In Lone Echo II, Captain Olivia Rhodes and the android Jack are stranded on a strange spaceship near the rings of Saturn. They have to explore the environment and find a way to safety amid mysterious biomass.
I checked out a demo of the narrative adventure game from Ready At Dawn Studios. The virtual reality title is coming out in the first quarter of 2020 on the Oculus Rift and Rift S. It is a sequel to Lone Echo and Echo VR, which debuted in 2017 from Oculus Studios. Oculus will publish the new title as well.
I talked with Ru Weerasuriya, the CEO and creative director of Ready at Dawn, about what it’s like to make the studio’s third major title in VR, even as virtual reality is still struggling to take off in consumer markets. In this game, you play as Jack, and you try to solve various puzzles as you make your way through the dangerous space vessel. The goal is to make repairs, get around barriers, and find out what the heck is going on.
Here’s an edited transcript of our interview.
GamesBeat: Which part of the game are you showing here today?
Ru Weerasuriya: It’s pretty early on, in the first act of the game. It’s a moment where, as I talked about before, we’re revealing the connection between you, the player, and Liv.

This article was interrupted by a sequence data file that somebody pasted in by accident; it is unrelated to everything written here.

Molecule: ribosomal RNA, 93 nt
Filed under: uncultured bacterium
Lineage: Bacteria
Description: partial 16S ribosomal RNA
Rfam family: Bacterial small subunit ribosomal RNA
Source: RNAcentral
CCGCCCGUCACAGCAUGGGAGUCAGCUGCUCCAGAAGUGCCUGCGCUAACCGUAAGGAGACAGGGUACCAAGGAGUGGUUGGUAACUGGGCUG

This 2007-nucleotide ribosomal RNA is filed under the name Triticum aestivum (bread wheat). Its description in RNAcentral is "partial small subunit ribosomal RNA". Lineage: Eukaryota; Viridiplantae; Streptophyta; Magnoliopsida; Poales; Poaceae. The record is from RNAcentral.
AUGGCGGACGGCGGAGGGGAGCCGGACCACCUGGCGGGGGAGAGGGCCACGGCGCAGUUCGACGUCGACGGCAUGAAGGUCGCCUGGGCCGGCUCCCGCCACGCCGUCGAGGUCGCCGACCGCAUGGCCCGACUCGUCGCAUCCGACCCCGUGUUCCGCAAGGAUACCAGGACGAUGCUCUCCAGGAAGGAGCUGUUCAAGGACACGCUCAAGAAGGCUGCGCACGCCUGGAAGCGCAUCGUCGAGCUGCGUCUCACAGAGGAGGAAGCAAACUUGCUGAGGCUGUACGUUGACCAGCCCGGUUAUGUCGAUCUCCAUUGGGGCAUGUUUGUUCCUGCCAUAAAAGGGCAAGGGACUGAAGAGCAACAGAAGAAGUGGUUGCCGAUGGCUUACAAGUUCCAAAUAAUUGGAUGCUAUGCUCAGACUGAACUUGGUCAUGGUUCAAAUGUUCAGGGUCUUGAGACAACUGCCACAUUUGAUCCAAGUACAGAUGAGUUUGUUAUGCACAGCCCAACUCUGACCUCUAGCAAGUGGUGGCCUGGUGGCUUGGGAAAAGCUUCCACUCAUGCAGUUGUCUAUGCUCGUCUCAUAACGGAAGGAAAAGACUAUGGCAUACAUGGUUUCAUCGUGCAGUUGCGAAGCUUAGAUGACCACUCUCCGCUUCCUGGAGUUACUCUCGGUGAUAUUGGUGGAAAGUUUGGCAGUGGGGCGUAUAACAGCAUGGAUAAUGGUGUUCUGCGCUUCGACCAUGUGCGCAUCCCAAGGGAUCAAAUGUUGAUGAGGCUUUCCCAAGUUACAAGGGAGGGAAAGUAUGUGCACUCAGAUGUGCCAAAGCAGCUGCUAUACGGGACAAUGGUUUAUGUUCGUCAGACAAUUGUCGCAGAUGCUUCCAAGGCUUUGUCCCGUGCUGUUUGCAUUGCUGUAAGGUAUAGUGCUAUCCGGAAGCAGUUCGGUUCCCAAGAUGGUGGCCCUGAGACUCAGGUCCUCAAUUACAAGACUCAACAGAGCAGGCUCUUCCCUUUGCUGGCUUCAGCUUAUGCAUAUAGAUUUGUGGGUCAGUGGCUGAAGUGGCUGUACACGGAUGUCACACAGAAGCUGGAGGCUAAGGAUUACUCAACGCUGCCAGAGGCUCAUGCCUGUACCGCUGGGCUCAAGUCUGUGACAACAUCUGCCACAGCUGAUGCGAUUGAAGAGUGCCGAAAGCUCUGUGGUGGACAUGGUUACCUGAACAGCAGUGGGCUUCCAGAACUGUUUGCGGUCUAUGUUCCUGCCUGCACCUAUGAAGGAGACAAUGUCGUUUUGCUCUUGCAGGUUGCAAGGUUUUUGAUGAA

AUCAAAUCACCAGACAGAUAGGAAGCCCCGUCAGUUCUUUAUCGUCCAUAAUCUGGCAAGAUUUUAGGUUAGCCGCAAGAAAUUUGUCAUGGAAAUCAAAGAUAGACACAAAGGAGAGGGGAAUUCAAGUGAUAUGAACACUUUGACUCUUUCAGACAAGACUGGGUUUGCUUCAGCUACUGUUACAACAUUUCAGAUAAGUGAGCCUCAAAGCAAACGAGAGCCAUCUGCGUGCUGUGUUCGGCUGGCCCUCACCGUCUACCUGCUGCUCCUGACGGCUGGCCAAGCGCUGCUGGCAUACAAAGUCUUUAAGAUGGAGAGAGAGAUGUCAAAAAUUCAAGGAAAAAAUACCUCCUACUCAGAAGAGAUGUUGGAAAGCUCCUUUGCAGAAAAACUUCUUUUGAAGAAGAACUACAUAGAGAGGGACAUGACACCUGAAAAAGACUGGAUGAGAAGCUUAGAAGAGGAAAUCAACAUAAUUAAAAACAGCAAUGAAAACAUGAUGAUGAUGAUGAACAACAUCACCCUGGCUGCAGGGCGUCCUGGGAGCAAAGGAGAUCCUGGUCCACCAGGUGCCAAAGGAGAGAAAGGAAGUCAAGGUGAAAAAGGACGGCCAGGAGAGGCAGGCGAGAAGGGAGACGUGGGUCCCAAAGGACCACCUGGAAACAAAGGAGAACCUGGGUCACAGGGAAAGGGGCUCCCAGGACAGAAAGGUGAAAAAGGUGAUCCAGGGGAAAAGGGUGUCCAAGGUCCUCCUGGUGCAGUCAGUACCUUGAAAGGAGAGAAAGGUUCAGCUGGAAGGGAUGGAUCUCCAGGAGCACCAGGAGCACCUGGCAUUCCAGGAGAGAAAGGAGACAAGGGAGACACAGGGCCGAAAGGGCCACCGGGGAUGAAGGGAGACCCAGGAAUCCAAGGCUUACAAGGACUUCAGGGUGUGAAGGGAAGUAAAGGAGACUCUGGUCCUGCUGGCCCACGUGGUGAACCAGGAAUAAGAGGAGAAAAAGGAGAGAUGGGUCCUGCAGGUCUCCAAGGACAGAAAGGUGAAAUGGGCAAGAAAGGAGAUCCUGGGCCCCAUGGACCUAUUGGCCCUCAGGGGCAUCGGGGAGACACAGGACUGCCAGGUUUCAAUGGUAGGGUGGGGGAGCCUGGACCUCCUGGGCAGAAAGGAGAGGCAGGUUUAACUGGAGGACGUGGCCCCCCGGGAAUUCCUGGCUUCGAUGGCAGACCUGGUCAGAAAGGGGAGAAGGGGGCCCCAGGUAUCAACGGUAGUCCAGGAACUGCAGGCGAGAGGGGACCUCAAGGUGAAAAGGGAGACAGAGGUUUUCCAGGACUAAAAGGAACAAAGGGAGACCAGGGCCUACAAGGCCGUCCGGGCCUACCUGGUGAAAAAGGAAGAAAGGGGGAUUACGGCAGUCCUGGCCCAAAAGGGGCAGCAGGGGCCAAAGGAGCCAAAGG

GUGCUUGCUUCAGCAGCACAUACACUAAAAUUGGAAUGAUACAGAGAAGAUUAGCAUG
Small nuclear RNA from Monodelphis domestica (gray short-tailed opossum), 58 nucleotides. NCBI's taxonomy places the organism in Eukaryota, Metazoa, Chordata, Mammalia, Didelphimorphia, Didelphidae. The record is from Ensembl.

GamesBeat: This is right after the previous demo?
Weerasuriya: Right. There’s still a portion of it after Jack gets repowered and what we did for the announcement, where you actually see him being repowered and she says, “I have so much to tell you.” There’s a part of the game that happens afterward where you learn a lot about what’s going on and what’s really at stake here. But then this part happens, where you’re navigating through the station we see here. You finally get out of that and you realize what’s going on in the world that you’re in, in the 26th century.
GamesBeat: Can you remind me where we are?
Weerasuriya: We’re in the rings of Saturn. The first game leaves you in the rings of Saturn, but 400 years in the future. After you finish Lone Echo you’re thrust into this future and you have no idea what’s going on. You arrive there and look around, and I think Jack’s last words are, “What are we going to do?” “Well, we’ll improvise.” The beginning of the game is understanding what’s happened, what this future is about, and what’s going on. You’re still in the rings of Saturn, and over the course of the game you’ll find out what’s been happening.